A new test for autism is making headlines in the scientific community. The test can reportedly diagnose autism in children from just one strand of hair.
This innovative test, from a start-up called LinusBio, could quickly help identify autism spectrum disorders in young children before symptoms appear. Findings about diagnostic tests are published in the journal Clinical Medicine.
LinusBio co-founder and CEO Manish Arora said: “This provides important information, but it is not the only information.”
In other words, the test is a diagnostic aid, meant to help clinicians identify autism, but should not be relied upon in isolation.
“This technology is incredibly novel. The use of hair and the types of measurements we’re doing with hair is revolutionary,” said Dr. Andrea Vaccarelli, professor of environmental health sciences at Columbia University., NBC News reported that it was not involved in the company’s research. “It’s groundbreaking.”
Human hair consists of a history of exposure to metals and other substances. This data is analyzed using algorithms to look for specific metallic patterns associated with autism.
This test is the first to analyze this kind of exposure history over time and can accurately predict autism about 81% of the time.
In this test, the hair is irradiated with a laser, turning it into plasma for analysis. According to the CEO, less than half an inch of hair can get him a month’s worth of data.
LinusBio says its test can detect metal metabolism in 4- to 6-hour fractions.
“It’s like having a security camera that can review four photos a day,” says Baccarelli.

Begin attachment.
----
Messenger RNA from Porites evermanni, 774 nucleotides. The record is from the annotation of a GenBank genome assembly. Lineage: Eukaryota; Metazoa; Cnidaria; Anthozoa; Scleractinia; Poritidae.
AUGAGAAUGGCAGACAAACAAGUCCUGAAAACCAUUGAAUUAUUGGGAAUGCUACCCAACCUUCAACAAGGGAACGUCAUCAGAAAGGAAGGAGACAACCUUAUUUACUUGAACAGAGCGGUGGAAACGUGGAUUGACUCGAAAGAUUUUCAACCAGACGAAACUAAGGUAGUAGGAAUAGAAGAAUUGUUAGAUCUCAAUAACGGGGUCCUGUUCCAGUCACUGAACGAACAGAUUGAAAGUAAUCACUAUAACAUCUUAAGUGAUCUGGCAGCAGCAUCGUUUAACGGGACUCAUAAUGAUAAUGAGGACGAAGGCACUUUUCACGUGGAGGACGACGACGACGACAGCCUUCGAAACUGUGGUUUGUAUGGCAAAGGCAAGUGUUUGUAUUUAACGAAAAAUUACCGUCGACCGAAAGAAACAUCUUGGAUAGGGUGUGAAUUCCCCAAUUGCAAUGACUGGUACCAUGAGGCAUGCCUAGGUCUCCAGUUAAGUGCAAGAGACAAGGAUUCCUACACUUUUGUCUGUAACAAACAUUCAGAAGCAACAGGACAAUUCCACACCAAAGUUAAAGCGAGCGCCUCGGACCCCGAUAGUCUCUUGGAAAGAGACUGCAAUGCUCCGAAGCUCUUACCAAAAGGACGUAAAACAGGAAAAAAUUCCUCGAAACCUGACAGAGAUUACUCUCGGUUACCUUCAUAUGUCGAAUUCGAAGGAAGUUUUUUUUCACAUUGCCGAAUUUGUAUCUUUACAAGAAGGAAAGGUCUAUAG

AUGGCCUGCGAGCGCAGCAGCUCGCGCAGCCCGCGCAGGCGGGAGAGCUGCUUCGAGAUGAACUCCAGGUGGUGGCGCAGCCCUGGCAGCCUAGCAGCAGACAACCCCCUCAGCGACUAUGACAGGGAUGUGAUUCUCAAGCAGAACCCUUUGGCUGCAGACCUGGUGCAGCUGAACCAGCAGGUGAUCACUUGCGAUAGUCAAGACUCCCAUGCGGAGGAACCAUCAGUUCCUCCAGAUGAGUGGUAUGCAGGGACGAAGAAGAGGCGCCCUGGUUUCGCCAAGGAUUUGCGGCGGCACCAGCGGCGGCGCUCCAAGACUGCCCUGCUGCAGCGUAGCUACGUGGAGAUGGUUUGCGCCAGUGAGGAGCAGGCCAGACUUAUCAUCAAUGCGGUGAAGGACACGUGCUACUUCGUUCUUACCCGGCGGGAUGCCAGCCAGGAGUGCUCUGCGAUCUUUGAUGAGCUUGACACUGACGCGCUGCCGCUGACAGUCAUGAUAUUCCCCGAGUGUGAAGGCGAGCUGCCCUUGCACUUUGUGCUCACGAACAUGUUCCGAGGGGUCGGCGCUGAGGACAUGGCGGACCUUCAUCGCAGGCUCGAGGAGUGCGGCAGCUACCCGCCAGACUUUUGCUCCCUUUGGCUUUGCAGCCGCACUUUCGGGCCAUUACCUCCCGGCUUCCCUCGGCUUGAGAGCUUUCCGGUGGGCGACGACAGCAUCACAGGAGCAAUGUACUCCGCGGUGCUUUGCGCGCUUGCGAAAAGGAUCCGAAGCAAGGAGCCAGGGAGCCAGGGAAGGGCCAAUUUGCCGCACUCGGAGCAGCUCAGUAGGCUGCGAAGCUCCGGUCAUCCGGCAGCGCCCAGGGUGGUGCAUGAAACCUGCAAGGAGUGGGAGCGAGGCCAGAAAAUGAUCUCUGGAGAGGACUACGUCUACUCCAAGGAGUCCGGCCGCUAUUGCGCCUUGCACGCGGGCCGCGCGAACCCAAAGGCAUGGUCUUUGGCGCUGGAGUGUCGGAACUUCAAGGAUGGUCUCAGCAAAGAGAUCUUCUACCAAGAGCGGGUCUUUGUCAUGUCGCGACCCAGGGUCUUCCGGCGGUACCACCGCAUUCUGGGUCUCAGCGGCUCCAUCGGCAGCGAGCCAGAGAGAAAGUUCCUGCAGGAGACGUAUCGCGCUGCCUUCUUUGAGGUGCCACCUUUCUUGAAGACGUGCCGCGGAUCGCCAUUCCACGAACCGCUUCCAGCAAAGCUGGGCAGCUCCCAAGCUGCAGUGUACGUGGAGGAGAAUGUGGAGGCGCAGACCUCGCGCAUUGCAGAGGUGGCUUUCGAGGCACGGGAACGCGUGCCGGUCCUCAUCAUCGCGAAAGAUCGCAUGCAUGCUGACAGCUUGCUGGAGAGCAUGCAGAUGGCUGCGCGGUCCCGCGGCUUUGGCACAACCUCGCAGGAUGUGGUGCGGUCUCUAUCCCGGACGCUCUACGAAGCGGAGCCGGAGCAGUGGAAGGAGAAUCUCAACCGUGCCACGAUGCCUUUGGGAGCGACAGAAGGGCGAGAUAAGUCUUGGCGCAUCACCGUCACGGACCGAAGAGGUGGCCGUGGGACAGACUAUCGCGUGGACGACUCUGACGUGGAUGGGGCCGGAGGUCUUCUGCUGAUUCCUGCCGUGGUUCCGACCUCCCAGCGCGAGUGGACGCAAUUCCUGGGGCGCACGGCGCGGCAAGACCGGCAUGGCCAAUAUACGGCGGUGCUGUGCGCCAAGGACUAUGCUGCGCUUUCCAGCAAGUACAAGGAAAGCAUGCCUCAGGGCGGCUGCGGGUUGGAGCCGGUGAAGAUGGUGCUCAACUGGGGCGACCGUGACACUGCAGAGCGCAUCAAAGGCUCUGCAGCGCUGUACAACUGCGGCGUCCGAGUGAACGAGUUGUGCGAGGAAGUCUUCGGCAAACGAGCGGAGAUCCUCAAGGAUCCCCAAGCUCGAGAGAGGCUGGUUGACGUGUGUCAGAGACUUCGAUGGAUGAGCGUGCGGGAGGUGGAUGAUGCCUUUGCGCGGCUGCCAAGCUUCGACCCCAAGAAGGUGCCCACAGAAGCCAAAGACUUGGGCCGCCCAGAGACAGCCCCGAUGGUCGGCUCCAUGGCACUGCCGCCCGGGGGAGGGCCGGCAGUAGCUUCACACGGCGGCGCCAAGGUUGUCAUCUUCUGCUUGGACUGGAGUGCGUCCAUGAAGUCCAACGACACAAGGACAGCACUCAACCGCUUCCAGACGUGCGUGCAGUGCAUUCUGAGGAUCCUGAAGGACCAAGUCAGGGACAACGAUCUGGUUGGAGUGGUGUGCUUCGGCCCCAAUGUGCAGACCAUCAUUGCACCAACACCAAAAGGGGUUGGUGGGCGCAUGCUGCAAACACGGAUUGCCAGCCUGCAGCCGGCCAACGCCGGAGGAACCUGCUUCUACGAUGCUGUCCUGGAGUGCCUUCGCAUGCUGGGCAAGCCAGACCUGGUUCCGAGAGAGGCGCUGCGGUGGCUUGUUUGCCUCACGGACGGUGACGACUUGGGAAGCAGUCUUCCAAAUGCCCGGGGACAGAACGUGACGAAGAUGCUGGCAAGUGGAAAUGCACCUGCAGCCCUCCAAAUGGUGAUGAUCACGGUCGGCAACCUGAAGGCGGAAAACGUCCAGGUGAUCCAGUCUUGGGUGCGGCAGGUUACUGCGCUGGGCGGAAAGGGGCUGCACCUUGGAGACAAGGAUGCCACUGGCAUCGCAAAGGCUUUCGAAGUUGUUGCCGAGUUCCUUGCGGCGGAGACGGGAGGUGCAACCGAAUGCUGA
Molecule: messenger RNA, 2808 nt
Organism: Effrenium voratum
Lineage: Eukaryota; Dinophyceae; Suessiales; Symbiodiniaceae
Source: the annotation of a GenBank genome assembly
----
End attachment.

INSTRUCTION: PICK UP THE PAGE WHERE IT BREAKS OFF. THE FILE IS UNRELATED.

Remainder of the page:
For this study, researchers refined their techniques using hair samples from 486 children in three countries: Japan, Sweden, and the United States.
They then analyzed 97 hair samples and the algorithm correctly identified cases of autism spectrum disorder more than 96% of the time. Moreover, the test correctly identified negative cases approximately 75% of the time.
“The problem with autism is that it’s diagnosed at the average age of four. By that time, a lot of brain development has already happened,” Arora said. “We want to be able to intervene early.”
There is currently no biologic test for autism spectrum disorder. Instead, children are often diagnosed after parents discover abnormal behavior such as avoiding eye contact, delayed speech, or not pointing.
To boost the product’s prospects, the Food and Drug Administration gave LinusBio’s test a “breakthrough” designation, according to the outlet. The label is intended to facilitate regulatory approval for new technologies when there are no alternatives on the market. However, the approval criteria remain unchanged and regulatory hurdles must be cleared before the company’s devices can become widespread in the United States.